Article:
Film reviews – The drama of the everyday – Locke and Last Orders

Robert Henderson

Locke main cast – Tom Hardy as Ivan Locke,  Ruth Wilson as Katrina (voice),  Olivia Colman as Bethan (voice), Andrew Scott as Donal (voice),  Ben Daniels as Gareth (voice),  Tom Holland as Eddie (voice),

Director:  Steven Knight

Last orders main  cast – Michael Caine as  Jack Dodds,  Tom Courtenay as  Vic Tucker,  David Hemmings  as  Lenny,  Bob Hoskins as Ray Johnson,  Helen Mirren as  Amy Dodds, Ray Winstone as  Vince Dodds

Director: Fred Schepisi

Perhaps the rarest of  films are those which make gripping dramas out of ordinary life. Unsurprising  because everyday existence does not obviously lend itself to drama. Locke and Last Orders are two  films which show how wrongheaded this idea is by producing gripping and in the case of Last Orders poignant stories from the everyday.

They are very different films. Locke concerns a few hours in someone’s life: Last Orders encompasses a period running from just before the Second World War to the 1990s.  Locke has only one actor on screen: Last orders  follows the lives of half a dozen characters.  Yet set apart as they are on the surface both share a  general similarity of being about  things which could happen to anyone.

Apart from a minute or two at the beginning and end  of the film the entire on screen action  of Locke consists of the eponymous character Ivan Locke (Tom Hardy) in his car driving and making and receiving phone calls about his work and private life.  Sounds tedious and limited in dramatic scope with precious little opportunity for  character development?  Don’t you believe it.

Locke is in circumstance Hell. He is a foreman in charge of a building site.  The next day he is due to supervise a huge concrete “pour”, that is  concrete  poured  on site to create a large structure, a very demanding technical task. . But  Locke will not be at the “pour” because he is headed for a hospital where a woman (Bethan) with whom he had a one-night-stand is about to give birth to his child. To add to these  worries his wife Katrina knows nothing of the other woman or impending child and she and their son are expecting him home where Locke  and his son are supposed to  watch a football match together.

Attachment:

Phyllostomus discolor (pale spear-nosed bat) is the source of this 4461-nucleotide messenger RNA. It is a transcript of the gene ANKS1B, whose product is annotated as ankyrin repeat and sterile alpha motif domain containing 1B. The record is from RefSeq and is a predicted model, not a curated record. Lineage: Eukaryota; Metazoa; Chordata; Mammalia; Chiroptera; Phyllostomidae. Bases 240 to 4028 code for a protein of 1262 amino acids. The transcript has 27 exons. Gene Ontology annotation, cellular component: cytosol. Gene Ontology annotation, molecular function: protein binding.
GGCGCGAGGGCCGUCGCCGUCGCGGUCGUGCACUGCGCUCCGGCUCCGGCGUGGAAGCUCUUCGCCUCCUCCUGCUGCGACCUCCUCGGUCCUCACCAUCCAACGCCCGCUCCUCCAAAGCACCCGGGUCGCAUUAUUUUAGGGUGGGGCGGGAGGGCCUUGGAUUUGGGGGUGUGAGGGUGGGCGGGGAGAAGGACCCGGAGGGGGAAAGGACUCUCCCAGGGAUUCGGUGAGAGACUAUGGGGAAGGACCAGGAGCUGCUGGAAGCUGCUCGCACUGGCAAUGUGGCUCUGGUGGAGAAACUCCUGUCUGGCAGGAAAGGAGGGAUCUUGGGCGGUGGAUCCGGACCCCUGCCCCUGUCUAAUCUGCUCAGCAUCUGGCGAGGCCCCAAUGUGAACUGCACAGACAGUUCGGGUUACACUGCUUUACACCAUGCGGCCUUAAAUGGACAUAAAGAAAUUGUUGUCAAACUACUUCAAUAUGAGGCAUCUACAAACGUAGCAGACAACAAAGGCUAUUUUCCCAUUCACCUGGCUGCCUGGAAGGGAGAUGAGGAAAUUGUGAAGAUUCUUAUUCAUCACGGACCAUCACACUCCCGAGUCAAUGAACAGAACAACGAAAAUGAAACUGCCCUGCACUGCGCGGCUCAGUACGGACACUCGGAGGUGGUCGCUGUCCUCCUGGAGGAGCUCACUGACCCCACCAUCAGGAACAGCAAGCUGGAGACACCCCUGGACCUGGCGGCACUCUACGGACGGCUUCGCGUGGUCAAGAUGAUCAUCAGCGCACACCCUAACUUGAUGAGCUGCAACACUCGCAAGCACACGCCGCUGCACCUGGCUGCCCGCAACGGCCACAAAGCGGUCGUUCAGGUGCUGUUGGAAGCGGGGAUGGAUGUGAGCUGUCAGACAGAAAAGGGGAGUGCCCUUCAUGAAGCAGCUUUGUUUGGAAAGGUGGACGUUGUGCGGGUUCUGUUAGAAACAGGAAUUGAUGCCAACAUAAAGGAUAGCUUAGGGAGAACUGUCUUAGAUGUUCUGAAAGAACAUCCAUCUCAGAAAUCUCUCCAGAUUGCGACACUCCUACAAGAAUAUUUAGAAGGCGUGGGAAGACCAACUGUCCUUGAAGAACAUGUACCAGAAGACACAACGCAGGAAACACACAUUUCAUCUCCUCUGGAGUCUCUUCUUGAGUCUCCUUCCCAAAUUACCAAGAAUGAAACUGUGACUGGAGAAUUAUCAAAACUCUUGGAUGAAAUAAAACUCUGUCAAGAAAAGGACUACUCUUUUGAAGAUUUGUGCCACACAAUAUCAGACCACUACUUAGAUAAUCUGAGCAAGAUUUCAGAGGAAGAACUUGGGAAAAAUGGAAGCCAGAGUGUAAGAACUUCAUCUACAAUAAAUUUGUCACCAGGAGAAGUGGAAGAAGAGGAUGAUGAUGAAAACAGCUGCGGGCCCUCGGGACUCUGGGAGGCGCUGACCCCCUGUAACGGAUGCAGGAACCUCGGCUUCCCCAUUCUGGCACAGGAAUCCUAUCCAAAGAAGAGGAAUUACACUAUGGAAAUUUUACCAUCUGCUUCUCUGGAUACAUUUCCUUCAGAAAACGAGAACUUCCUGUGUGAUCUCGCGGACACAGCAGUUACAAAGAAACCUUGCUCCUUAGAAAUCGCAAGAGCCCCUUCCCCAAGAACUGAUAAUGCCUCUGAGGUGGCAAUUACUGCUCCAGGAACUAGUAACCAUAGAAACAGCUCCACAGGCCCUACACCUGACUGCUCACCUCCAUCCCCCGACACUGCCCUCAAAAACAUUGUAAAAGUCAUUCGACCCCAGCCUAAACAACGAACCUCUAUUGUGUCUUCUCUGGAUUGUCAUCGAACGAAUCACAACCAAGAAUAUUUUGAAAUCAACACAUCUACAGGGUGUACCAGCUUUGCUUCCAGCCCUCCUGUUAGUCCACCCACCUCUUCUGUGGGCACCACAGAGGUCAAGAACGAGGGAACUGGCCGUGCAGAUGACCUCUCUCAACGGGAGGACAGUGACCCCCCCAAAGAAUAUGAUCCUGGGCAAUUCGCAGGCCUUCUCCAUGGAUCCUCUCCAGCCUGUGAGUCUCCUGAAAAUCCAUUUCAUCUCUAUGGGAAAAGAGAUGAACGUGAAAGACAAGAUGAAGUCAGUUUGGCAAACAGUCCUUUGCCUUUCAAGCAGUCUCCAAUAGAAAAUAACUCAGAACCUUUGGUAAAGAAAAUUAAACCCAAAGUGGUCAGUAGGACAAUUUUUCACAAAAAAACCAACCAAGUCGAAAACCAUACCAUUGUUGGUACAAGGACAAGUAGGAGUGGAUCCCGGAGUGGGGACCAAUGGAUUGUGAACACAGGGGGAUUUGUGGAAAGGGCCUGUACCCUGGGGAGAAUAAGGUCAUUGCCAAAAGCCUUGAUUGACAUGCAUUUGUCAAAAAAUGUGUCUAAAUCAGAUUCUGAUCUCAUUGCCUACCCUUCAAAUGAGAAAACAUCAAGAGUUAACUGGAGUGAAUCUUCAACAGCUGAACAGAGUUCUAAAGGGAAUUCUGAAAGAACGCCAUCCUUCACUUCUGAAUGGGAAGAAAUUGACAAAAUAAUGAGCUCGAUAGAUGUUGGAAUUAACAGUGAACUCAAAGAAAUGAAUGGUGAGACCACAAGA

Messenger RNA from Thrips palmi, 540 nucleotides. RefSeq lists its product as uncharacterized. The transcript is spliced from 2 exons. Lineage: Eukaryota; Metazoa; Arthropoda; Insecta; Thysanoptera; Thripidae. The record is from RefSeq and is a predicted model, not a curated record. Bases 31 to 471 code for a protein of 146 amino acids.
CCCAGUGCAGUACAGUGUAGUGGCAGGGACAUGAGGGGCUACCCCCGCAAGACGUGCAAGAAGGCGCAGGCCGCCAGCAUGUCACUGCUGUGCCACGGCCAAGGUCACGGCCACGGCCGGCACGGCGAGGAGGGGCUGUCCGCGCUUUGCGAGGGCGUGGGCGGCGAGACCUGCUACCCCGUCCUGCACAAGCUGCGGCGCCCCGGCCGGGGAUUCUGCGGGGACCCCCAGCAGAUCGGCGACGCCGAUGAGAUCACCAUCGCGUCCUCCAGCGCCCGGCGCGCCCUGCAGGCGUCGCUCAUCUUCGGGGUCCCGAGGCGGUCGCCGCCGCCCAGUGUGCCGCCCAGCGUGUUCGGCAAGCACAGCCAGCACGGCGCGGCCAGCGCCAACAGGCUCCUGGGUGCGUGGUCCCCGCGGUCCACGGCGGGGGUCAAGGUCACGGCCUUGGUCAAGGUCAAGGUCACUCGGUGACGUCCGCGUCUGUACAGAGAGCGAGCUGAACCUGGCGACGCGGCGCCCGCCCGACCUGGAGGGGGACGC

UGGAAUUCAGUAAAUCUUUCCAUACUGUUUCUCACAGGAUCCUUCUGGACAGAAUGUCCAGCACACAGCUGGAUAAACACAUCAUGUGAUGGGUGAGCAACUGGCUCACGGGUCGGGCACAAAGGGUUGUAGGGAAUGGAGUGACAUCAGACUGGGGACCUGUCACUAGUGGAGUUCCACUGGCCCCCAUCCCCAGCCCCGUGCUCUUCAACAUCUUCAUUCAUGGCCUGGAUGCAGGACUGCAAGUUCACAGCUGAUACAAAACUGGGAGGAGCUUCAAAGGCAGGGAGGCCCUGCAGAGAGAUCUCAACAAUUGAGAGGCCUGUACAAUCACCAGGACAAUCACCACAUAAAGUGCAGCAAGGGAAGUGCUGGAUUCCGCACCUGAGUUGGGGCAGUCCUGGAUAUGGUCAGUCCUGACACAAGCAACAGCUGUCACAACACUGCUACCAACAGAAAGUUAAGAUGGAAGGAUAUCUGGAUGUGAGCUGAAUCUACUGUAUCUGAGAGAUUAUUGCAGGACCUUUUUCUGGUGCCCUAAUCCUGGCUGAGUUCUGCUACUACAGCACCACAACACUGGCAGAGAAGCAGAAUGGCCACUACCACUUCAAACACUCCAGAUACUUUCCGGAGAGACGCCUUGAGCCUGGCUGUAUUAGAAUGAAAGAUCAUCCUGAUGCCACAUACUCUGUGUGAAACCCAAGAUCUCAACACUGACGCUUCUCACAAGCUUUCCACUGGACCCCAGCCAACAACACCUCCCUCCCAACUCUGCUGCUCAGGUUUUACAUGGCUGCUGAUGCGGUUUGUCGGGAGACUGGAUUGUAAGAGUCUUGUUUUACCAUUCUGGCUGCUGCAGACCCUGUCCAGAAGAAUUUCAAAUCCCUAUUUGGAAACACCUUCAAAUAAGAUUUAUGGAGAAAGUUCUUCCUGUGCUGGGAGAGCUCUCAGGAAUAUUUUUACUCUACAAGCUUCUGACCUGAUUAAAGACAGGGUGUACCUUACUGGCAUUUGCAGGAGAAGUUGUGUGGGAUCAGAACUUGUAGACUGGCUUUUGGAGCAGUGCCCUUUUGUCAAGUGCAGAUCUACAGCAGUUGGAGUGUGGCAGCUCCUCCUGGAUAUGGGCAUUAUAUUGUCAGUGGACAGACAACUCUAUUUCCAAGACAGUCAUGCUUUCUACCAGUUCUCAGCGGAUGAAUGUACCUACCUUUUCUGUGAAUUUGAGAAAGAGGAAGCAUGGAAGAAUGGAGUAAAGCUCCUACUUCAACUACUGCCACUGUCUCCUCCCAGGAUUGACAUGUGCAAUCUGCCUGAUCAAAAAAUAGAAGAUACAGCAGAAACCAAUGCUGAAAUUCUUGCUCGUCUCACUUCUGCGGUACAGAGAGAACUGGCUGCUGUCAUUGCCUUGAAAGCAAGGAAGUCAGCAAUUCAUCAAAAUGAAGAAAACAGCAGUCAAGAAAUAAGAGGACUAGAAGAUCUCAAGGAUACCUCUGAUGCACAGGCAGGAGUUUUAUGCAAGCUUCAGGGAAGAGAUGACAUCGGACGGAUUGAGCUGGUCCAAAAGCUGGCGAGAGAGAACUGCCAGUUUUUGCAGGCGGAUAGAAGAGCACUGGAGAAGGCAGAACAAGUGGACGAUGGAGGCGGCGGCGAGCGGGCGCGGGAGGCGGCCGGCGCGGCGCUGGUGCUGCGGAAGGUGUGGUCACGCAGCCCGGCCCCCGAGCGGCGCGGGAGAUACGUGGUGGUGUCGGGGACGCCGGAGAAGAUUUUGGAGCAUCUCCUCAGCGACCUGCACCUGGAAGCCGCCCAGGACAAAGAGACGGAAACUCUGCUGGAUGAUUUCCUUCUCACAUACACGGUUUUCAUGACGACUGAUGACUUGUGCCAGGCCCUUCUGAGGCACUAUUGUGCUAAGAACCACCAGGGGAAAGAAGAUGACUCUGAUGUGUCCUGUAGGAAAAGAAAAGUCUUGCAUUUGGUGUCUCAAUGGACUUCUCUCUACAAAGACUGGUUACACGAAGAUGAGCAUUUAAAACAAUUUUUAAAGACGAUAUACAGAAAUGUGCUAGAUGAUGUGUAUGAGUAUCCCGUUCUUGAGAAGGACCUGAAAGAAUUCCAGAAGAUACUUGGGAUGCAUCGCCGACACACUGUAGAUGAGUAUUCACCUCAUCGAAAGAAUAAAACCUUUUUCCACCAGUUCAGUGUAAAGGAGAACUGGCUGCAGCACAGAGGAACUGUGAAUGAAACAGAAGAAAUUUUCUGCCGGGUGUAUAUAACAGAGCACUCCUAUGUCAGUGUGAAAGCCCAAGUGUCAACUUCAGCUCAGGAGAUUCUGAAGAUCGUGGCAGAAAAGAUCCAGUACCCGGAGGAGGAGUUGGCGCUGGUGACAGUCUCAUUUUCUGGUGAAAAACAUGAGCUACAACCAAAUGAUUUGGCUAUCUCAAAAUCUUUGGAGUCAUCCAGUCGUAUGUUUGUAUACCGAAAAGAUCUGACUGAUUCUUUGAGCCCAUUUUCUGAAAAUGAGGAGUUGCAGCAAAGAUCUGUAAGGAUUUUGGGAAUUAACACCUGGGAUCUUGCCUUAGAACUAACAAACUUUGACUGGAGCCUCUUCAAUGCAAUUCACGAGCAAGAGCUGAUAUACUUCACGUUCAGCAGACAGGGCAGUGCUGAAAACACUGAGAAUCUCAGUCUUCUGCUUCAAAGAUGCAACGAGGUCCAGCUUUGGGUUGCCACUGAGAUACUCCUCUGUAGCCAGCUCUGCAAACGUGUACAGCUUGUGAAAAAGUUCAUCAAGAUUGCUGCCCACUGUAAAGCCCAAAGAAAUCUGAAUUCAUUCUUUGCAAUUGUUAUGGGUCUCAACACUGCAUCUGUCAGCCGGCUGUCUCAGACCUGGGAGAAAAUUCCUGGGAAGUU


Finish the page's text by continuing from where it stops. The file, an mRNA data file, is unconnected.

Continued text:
Why has he sacrificed so much for a woman he barely knows and a child he has not wanted?   Locke was abandoned by his father soon after his birth and did not meet him until he had reached adulthood and with whom he never came to terms when they did meet as adults. This provides the impetus for  Locke behaving in this quixotic  way because he does he does not want this child to be deserted by its father.  His uneasy relationship with his father also provides a hook for Locke to have imaginary conversations with his father while he drives.  These are  the only weak and sentimental  things in the film.  They  would have been better left out and the circumstances left to speak for themselves .  But  they are  a small blemish.

So far so traumatic, but it gets far worse.   Locke rings one of his workers at the site to get him to do the last minute checking he should have done and to prepare him to oversee the “ concrete pour” in Locke’s place.  But the worker Donal has a drink inside him and does not feel confident of taking Locke’s place.   Locke rings Bethan to say he is on the way.  He speaks to his son and wife saying he will not be home in time for the match.  He discovers that a road he needed closed to allow the concrete to be delivered  has not been closed. He  speaks to his boss  who pleads with him to be there to supervise the concrete “pour” and  eventually  fires him when he realises that Locke will not be at the site to supervise the “pour”.

As Locke  drives he also has the stress of breaking  the news to his wife that he is going to see a woman who is having his child and tries desperately to explain to his son why he will not be home. After several phone calls his wife  decides to throw him out of the house.